What to do when either of these situations arises? An ischemic wound is present, but the patient is not a good surgical candidate, or they underwent an angioplasty procedure to open up a vessel and it did not stay open. But there is a new tool in our bag of tricks, our “armamentarium,” those procedures and techniques that are appropriate for treating some particular condition. A new device has allowed us to provide more blood flow to some area of the body without surgery. Perhaps you know what this means? Improved rates of wound healing, meaning more limbs will be saved, and so more lives.

An Italian scientist about 15 years ago developed a new form of electric stimulation, in which small, specialized charges are sent through the skin, into deeper tissues. The result? — An increase in blood flow to the cells of that tissue. This device, using a concept called “Frequency Rhythmic Electrically Modulated Stimulation,” aka FREMS, does not open up the large vessels, but it does seem to stimulate better flow to the tissues using whatever blood supply is available. The original intent of this Italian doctor was to treat the nerve problems experienced by many diabetics, the most debilitating being the inability to feel pain when they should. This problem leads to many of the amputations suffered by diabetics. FREMS appears to treat this condition by increasing blood flow to the nerves on a microscopic scale. A critical effect since, whatever the cause, inadequate blood flow affects everything, and the health of every cell, and that includes wound healing.

When evaluating someone who has a chronic wound, one of the first questions to ask yourself is “why”? Why did this wound not go through the normal stages of healing? The science of wound healing has advanced to the point where we know the different needs for healing of various types of wounds. With wounds not healing because of an inadequate blood supply, there are many concerns. Is recurrent swelling inhibiting blood getting from the tubes (arteries) to the cells? Is heart function insufficient to drive the blood through the arterial “tree?” (This is the complex arrangement of branching vessels providing the essential nutrients to the billions of cells composing the human body.)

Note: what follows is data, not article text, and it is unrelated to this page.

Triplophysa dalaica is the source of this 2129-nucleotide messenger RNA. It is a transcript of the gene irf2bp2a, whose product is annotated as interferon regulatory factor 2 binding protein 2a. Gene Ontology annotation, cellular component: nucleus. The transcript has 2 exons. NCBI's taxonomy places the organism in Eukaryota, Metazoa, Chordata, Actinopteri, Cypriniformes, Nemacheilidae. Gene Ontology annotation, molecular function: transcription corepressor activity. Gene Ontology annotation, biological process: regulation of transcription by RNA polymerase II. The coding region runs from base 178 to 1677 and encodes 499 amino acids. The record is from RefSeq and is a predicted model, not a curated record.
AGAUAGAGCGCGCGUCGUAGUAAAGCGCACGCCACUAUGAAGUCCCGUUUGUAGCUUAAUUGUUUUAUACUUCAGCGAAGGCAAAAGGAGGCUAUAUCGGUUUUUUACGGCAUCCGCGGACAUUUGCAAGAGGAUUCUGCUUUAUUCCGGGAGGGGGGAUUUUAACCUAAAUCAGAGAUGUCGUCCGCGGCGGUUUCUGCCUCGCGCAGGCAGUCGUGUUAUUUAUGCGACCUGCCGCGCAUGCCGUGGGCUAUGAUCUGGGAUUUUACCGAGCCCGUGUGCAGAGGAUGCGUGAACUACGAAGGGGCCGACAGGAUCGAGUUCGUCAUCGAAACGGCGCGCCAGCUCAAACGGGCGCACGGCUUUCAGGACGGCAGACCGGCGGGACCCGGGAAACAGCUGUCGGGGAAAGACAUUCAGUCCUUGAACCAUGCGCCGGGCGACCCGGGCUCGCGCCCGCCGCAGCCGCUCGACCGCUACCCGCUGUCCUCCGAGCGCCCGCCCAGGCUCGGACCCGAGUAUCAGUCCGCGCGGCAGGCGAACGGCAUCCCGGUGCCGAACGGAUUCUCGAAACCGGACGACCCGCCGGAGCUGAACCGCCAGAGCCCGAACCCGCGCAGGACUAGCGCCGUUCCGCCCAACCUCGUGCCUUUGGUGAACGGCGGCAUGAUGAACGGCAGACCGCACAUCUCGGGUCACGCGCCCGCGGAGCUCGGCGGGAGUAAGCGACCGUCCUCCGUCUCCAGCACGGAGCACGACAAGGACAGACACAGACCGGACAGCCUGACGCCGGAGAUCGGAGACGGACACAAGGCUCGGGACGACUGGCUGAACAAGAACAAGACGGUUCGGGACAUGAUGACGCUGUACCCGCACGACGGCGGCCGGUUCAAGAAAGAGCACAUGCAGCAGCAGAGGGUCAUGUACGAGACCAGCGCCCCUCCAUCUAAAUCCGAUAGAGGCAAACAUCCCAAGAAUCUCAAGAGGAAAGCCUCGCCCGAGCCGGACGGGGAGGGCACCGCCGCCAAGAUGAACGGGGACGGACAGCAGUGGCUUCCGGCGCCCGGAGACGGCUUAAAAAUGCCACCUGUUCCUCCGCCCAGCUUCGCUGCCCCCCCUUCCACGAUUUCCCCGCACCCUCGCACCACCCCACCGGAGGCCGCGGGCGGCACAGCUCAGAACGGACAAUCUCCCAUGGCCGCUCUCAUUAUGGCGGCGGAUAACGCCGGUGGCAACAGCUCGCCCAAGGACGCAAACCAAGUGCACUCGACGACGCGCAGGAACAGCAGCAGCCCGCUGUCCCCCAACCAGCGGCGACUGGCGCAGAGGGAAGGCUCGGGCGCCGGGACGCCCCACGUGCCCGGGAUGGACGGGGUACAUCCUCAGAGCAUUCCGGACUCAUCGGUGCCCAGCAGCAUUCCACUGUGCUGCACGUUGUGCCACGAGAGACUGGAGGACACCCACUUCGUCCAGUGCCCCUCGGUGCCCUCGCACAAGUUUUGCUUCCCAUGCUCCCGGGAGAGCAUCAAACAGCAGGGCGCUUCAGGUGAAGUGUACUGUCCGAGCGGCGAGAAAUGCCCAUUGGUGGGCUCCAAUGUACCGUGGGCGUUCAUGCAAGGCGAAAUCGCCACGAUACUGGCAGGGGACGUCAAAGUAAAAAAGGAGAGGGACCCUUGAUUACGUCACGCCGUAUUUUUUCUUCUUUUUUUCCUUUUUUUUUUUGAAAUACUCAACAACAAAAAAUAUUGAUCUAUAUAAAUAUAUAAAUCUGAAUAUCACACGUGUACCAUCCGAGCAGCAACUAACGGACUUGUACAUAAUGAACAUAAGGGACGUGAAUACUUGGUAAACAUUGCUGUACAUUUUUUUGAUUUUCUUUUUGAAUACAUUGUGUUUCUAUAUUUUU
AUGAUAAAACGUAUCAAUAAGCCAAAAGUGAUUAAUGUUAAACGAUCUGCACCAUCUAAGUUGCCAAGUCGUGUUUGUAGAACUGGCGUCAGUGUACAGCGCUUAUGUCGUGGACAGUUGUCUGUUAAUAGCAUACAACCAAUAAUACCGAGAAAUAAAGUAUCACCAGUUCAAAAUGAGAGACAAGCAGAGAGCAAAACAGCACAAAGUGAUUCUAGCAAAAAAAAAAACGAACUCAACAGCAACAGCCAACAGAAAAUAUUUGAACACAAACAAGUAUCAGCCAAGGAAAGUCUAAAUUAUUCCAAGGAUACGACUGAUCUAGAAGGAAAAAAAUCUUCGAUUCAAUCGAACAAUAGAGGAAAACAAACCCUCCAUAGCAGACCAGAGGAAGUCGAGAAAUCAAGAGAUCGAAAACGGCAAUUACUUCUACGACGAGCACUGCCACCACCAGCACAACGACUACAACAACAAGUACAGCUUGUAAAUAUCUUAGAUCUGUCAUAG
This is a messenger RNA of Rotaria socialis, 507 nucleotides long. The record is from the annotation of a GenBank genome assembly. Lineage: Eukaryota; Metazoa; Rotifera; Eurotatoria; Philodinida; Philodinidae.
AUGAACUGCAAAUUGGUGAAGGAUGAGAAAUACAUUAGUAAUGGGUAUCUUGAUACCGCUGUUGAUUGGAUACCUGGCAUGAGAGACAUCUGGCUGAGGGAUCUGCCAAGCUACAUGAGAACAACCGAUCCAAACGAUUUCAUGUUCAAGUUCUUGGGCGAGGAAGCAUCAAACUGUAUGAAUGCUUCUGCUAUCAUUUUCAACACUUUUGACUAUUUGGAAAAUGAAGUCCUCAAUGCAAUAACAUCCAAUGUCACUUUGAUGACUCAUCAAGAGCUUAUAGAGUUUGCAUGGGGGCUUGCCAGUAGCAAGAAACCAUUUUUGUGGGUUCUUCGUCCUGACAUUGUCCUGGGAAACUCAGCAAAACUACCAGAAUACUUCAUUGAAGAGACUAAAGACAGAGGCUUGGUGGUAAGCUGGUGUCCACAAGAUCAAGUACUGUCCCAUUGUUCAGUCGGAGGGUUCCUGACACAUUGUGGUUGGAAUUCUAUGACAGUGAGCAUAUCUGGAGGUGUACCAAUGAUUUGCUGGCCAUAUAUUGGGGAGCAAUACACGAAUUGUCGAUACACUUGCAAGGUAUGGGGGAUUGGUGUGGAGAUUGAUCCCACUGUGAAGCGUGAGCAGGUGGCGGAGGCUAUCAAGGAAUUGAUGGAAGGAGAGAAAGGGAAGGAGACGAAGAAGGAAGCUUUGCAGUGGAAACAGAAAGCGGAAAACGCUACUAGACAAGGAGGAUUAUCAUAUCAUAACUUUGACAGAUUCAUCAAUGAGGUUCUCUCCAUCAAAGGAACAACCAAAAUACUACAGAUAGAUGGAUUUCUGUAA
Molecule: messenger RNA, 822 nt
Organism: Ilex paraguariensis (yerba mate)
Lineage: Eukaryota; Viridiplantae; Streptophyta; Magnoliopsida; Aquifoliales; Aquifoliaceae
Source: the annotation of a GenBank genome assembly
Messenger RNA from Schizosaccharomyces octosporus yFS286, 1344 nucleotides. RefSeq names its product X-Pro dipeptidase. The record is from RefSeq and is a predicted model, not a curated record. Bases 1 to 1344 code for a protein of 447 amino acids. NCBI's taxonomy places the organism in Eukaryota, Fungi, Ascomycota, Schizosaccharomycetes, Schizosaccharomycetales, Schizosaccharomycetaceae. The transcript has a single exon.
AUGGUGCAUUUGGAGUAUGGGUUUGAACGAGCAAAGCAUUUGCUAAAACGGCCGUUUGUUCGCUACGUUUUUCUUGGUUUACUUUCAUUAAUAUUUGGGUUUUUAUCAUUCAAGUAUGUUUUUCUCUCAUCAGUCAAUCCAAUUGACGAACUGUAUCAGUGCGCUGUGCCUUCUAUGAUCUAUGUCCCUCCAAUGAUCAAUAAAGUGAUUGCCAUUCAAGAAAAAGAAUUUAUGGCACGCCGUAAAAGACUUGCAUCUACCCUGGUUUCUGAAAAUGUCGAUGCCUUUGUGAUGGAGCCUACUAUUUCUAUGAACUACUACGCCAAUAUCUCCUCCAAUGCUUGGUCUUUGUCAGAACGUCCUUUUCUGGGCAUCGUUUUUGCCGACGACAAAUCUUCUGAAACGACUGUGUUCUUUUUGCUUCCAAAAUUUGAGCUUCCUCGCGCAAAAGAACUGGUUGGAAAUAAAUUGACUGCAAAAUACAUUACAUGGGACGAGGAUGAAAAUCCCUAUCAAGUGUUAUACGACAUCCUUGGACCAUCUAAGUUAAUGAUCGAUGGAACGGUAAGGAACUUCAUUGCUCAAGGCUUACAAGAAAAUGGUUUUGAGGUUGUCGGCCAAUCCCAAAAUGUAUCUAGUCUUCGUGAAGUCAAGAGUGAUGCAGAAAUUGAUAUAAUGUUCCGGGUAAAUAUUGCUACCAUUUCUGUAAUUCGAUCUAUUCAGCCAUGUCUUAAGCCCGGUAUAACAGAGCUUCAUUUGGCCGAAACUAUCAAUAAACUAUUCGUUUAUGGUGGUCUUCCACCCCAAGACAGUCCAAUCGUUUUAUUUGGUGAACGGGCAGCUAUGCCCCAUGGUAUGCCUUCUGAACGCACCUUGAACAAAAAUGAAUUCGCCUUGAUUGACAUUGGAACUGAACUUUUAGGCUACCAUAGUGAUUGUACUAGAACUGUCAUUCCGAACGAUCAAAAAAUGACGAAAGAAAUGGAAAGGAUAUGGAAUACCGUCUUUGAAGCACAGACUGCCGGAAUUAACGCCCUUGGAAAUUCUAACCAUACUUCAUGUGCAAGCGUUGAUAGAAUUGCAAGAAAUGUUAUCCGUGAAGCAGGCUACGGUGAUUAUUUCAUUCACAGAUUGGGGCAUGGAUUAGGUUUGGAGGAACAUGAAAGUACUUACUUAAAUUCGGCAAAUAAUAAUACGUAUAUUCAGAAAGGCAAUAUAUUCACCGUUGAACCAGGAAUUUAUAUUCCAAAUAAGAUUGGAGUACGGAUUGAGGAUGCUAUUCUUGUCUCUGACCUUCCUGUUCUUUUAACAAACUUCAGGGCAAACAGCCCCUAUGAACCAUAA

The ability of the FREMS device to promote new capillary growth (tiny blood vessels) has been useful in the treatment of neuropathy, and has garnered some recognition for this in Europe. But its real potential may be in the treatment of chronic wounds, and the benefits of enhanced flow to the cells of the tissues, the all-important “perfusion.” The tissues themselves, where the cells reside, is where the magic juice is needed. How much can FREMS do to improve the current abilities of modern wound care? Only further research can tell us.

In wound care, we must take advantage of every tool, every piece of leverage we can find to save limbs. It appears (despite the lack of insurance coverage), this may be a useful method of bettering the health of damaged cells. Many new technologies have been, and are being developed to further lower the amputation rate. This is the real measure of success for any new wound care product or device. Unfortunately, not every invention is brought to market, thoroughly researched, completed and utilized. There have been others … will FREMS be the next?

Editor’s note: Dr. Conway McLean is a podiatric physician now practicing foot and ankle medicine in the Upper Peninsula, having assumed the practice of Dr. Ken Tabor. McLean has lectured internationally on surgery and wound care, and is board certified in both, with a sub-specialty in foot orthotic therapy. Dr. McLean welcomes questions, comments and suggestions at drcmclean@penmed.com.